Italian energy firm Snam has purchased Golar LNG’s 2015-built FSRU Golar Tundra for $350 million, as Italy looks to reduce reliance on Russian gas and strengthen energy security.
Under the deal, Snam will buy 100 percent of the share capital of Golar LNG NB 13 Corporation, whose sole asset is Golar Tundra.
Tor Olav Troim-led Golar LNG said in a statement on Wednesday its board of directors had approved the transaction on May 30.
The move comes just two weeks after the two firms announced a deal for the conversion of Golar Arctic into an FSRU with storage capacity for up to 140,000 cubic meters. This converted FSRU will serve Snam’s project in the port area of Portovesme, Sardinia.
Snam CEO Stefano Venier said the company had completed the transaction “quickly and effectively in a highly competitive market due to the scarcity of supply.”
He said the company is continuing its efforts to acquire a second FSRU of a similar size, for which “exclusive negotiations are currently under way.” The CEO expects Snam to finalize these talks by end of June.
“The role of the new FSRU for the benefit of our country will be essential: alone it will contribute to about 6.5 percent of domestic needs thus bringing the country’s regasification capacity to over 25 percent of the demand,” Venier said.
Italy currently has three large LNG import terminals. These include Snam’s Panigaglia onshore LNG terminal, FSRU Toscana, and the offshore gravity-based Rovigo LNG terminal.
The country also hosts small-scale facilities such as the terminal in the port of Ravenna and the Higas terminal located on the Italian island of Sardinia.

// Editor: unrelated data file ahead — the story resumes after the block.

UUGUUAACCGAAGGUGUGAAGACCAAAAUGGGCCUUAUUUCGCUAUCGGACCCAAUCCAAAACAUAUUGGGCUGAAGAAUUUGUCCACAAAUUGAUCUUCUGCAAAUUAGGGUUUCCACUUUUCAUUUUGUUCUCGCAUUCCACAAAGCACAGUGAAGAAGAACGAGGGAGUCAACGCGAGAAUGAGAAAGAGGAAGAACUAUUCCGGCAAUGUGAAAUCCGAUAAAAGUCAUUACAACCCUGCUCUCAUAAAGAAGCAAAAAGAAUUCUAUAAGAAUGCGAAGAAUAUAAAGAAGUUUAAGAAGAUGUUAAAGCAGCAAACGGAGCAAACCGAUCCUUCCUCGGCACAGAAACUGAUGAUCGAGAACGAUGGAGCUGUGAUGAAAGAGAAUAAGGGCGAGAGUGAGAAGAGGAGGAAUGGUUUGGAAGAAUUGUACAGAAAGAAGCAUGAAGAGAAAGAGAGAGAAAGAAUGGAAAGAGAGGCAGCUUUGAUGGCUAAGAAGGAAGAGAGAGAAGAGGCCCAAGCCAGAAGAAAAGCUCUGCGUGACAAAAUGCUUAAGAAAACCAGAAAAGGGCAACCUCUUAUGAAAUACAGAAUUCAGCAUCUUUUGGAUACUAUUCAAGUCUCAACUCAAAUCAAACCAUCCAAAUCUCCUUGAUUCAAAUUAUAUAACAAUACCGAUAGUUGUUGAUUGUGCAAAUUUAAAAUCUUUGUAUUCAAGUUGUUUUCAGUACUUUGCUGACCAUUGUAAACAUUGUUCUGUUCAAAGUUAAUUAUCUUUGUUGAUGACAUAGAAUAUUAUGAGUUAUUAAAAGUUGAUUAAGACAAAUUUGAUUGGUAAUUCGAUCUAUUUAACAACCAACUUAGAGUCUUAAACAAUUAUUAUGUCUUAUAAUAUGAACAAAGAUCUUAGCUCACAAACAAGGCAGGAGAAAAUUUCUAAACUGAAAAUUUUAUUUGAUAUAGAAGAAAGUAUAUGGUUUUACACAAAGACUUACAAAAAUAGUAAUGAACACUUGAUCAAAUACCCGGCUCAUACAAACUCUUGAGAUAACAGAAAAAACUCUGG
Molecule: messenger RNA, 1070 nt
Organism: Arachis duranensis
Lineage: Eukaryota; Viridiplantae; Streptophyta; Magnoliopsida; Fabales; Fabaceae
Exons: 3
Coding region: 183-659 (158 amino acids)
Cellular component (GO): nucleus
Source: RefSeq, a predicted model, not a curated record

FSRU operations to start during spring 2023
Golar Tundra can operate both as an LNG carrier and as an FSRU, and it has a continuous regasification capacity of 5 billion cubic meters per year.
In order to maximize its regasification capacity, the vessel would be located in central-northern Italy, close to the areas with greatest gas consumption, according to the statement.
Golar expects the vessel to start operations as an FSRU during the spring of 2023, subject to completion of authorization, regulatory processes and the construction of the necessary infrastructure connecting the terminal to the existing gas transport network.
Prior to that and as part of the transaction, Golar said it would lease the vessel from Snam as an LNG carrier for a “limited period of time after closing”, and assist the Italian firm in the preparatory work for the installation of the vessel in the selected port.
Golar added that the completion of the transaction occurred simultaneously with the signing of the contracts, while Snam would finance the deal out of its own resources.
In the coming months Snam would begin activities to contract LNG regasification capacity, which would gradually become available from start-up of Golar Tundra as an FSRU, the statement said.
Golar’s FLNG focus
Golar, that is now focusing on its FLNG business, recently said it was in talks to charter its sole FSRU to European firms, as developments in Europe have created an “urgent need” for more floating LNG terminals.
The company’s CEO Karl Fredrik Staubo welcomed the new deal for Golar Tundra with Europe’s largest natural gas infrastructure owner.
“Today’s announced sale marks the second transaction between Golar and Snam for two independent FSRU projects in Italy in a short period of time,” he said.
“With the sale of Golar Tundra, Golar reinforce its focus on FLNG, enabling efficient production of proven gas reserves allowing customers to further diversify gas supply,” Staubo said.